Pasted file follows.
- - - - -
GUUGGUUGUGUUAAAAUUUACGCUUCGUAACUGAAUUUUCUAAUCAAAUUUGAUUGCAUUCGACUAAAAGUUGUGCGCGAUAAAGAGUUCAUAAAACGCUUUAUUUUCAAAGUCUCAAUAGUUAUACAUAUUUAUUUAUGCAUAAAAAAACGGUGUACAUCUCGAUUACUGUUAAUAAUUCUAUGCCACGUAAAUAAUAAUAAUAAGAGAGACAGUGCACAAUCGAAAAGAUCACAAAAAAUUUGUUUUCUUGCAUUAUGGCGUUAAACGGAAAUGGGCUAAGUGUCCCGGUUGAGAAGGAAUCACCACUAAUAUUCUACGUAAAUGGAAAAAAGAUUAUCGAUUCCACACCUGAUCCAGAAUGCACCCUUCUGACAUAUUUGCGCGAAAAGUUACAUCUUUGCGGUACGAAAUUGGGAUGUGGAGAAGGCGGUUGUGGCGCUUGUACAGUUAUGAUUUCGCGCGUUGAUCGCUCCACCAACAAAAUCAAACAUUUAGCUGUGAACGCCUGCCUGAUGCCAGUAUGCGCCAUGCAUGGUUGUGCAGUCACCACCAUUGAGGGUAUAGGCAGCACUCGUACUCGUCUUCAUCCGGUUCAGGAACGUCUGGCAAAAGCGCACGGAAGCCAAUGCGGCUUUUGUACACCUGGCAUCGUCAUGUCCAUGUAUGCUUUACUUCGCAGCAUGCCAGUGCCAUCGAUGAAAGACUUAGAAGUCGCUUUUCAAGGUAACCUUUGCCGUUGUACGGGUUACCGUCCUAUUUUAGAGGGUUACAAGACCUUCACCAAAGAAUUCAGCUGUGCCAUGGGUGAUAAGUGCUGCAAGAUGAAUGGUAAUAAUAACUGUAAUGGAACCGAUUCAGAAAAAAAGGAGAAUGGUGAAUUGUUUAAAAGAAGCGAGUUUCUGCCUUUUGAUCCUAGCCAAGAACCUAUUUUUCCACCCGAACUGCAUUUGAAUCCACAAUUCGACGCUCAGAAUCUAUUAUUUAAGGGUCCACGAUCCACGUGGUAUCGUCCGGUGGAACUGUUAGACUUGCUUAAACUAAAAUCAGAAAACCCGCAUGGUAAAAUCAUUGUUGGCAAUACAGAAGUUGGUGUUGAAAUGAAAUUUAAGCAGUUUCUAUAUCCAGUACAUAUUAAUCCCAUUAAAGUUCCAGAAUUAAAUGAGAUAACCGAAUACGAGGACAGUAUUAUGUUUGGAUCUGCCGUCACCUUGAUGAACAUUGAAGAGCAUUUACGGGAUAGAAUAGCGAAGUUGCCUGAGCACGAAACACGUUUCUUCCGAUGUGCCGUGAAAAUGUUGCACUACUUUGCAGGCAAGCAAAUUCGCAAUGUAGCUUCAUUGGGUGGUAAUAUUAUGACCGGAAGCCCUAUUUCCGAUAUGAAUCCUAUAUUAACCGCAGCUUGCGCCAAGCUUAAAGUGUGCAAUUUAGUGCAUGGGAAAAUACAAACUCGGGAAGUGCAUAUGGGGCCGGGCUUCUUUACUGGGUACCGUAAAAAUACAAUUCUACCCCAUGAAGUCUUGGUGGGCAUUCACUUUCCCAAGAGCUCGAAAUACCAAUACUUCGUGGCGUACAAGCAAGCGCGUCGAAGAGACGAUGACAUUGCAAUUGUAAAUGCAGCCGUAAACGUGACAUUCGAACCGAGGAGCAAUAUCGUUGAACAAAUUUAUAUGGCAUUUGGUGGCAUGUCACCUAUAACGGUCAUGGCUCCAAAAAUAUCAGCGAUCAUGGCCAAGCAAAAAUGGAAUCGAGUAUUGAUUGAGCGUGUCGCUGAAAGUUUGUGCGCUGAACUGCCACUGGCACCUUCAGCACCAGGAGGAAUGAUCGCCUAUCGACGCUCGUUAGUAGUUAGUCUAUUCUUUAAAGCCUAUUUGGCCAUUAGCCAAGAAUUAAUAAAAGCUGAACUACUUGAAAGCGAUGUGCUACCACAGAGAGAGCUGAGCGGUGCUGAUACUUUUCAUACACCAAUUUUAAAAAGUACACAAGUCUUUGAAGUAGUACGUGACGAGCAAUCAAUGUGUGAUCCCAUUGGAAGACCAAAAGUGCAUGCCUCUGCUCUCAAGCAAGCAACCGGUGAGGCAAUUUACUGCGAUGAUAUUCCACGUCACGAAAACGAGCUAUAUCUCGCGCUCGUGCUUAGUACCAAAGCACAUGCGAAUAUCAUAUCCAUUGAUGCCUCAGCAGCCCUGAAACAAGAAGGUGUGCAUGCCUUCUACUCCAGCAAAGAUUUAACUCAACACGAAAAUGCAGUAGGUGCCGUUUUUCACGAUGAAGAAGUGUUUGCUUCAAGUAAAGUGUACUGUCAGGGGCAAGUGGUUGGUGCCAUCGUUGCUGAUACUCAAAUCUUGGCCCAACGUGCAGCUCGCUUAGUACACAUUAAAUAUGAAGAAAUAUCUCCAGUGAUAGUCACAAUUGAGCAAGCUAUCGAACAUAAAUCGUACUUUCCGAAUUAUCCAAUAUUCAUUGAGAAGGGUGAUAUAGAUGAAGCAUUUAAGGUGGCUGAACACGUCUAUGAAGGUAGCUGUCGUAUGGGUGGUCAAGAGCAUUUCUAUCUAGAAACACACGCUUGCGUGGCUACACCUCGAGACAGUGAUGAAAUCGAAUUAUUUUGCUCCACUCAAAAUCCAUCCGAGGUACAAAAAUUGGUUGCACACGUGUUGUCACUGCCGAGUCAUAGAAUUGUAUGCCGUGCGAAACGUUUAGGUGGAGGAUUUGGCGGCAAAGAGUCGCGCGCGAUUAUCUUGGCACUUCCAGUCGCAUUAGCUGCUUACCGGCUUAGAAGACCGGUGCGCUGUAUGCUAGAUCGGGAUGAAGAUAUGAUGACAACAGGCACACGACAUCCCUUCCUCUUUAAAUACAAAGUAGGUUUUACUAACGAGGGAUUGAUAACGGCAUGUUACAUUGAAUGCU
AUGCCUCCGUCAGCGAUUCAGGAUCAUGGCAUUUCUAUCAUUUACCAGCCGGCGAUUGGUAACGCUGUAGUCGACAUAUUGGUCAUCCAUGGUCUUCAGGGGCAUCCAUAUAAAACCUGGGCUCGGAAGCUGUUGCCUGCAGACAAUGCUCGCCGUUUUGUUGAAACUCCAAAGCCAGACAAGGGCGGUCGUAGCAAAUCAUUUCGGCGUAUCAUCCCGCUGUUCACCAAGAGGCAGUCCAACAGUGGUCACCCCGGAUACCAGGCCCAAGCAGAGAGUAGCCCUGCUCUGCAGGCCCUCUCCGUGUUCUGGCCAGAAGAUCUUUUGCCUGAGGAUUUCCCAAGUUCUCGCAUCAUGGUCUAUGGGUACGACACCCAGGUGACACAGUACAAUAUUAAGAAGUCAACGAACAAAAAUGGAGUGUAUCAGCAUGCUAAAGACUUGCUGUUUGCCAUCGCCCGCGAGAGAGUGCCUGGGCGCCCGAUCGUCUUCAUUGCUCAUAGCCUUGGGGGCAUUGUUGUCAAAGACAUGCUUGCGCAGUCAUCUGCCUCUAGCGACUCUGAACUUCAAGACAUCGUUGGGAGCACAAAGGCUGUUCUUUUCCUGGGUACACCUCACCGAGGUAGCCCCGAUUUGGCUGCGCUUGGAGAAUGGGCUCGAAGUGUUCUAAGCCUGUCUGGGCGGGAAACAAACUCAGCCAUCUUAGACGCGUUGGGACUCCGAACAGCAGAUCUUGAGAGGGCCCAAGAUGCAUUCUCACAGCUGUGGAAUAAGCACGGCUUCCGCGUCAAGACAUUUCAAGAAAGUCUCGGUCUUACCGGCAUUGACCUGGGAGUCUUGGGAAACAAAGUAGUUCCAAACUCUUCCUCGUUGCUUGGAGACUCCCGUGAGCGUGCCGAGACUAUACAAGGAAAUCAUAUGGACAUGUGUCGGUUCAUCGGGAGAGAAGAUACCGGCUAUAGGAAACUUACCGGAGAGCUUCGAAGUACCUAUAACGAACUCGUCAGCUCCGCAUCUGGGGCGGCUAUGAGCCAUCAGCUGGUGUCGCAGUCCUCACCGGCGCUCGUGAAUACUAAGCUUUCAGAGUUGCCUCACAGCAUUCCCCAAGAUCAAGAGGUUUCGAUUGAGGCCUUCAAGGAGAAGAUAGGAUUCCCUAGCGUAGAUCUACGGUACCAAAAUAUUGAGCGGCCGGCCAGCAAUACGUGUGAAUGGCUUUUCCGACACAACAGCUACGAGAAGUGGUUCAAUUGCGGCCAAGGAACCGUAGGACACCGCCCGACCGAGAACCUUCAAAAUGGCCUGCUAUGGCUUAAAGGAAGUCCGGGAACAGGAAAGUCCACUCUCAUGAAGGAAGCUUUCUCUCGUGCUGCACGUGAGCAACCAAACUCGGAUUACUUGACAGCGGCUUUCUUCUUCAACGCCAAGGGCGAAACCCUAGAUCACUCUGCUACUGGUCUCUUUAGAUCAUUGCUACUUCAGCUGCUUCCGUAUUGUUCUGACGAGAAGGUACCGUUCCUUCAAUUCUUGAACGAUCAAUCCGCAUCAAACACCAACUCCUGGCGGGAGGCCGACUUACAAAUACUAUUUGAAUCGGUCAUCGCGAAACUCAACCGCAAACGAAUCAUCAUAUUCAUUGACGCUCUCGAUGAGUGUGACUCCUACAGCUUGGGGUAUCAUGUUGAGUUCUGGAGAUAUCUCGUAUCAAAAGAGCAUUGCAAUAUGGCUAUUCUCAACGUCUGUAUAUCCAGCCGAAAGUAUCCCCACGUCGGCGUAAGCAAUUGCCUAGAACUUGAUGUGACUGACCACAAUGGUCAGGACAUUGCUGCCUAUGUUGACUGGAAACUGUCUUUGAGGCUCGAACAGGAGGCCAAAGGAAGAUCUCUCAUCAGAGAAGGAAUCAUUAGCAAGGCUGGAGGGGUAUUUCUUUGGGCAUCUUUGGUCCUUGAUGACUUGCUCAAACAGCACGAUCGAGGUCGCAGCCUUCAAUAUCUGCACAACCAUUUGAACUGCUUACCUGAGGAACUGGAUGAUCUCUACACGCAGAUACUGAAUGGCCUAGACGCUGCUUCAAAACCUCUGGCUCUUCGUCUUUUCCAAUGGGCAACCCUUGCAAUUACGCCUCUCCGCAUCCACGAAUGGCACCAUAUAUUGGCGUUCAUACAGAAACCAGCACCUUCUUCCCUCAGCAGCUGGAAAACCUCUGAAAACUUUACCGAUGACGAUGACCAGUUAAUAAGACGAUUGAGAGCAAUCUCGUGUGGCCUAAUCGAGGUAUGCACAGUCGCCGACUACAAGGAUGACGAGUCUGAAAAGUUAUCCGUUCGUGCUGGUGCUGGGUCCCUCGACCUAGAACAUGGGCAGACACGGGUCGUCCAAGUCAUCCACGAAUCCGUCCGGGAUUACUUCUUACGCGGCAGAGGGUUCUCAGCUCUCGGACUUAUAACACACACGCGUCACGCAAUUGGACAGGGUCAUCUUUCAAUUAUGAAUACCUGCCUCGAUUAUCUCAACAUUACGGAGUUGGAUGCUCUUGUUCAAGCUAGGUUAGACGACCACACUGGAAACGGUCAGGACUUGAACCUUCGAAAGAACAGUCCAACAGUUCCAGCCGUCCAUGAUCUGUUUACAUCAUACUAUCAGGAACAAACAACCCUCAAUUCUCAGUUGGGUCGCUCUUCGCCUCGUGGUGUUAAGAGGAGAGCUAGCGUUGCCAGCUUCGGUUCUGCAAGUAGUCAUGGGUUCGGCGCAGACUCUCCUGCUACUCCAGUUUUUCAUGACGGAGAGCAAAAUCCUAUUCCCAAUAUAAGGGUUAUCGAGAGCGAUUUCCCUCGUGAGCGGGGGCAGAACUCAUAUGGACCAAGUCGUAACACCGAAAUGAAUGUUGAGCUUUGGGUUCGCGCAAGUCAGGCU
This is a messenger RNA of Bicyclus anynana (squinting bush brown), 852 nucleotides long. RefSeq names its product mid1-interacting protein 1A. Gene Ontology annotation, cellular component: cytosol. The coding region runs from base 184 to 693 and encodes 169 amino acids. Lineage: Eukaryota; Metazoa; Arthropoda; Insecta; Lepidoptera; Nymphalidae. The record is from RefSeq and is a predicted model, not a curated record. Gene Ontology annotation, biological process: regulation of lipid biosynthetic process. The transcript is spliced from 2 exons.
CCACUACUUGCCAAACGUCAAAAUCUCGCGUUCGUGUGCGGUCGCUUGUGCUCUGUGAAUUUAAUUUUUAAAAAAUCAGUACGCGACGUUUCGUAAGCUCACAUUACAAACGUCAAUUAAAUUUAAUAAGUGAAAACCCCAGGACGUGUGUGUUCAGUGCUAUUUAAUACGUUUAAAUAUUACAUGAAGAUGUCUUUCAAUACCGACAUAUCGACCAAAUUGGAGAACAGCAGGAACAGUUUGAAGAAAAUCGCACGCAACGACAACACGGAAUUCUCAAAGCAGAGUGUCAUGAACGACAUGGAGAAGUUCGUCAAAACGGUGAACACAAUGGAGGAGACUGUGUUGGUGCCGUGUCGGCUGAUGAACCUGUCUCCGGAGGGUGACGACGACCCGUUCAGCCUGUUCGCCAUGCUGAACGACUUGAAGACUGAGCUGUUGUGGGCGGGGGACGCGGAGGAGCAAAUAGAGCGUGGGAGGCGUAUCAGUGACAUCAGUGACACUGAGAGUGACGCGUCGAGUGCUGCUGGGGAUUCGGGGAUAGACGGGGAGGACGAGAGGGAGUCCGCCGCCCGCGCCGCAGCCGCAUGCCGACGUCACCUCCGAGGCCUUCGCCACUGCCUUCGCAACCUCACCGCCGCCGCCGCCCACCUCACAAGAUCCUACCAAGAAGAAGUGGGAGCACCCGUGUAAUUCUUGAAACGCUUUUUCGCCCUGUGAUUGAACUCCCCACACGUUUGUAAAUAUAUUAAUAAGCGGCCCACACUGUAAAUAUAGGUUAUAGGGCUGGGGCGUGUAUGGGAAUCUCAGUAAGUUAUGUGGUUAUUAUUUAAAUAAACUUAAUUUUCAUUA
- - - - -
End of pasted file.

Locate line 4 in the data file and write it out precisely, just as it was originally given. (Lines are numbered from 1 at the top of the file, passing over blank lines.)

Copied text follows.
CCACUACUUGCCAAACGUCAAAAUCUCGCGUUCGUGUGCGGUCGCUUGUGCUCUGUGAAUUUAAUUUUUAAAAAAUCAGUACGCGACGUUUCGUAAGCUCACAUUACAAACGUCAAUUAAAUUUAAUAAGUGAAAACCCCAGGACGUGUGUGUUCAGUGCUAUUUAAUACGUUUAAAUAUUACAUGAAGAUGUCUUUCAAUACCGACAUAUCGACCAAAUUGGAGAACAGCAGGAACAGUUUGAAGAAAAUCGCACGCAACGACAACACGGAAUUCUCAAAGCAGAGUGUCAUGAACGACAUGGAGAAGUUCGUCAAAACGGUGAACACAAUGGAGGAGACUGUGUUGGUGCCGUGUCGGCUGAUGAACCUGUCUCCGGAGGGUGACGACGACCCGUUCAGCCUGUUCGCCAUGCUGAACGACUUGAAGACUGAGCUGUUGUGGGCGGGGGACGCGGAGGAGCAAAUAGAGCGUGGGAGGCGUAUCAGUGACAUCAGUGACACUGAGAGUGACGCGUCGAGUGCUGCUGGGGAUUCGGGGAUAGACGGGGAGGACGAGAGGGAGUCCGCCGCCCGCGCCGCAGCCGCAUGCCGACGUCACCUCCGAGGCCUUCGCCACUGCCUUCGCAACCUCACCGCCGCCGCCGCCCACCUCACAAGAUCCUACCAAGAAGAAGUGGGAGCACCCGUGUAAUUCUUGAAACGCUUUUUCGCCCUGUGAUUGAACUCCCCACACGUUUGUAAAUAUAUUAAUAAGCGGCCCACACUGUAAAUAUAGGUUAUAGGGCUGGGGCGUGUAUGGGAAUCUCAGUAAGUUAUGUGGUUAUUAUUUAAAUAAACUUAAUUUUCAUUA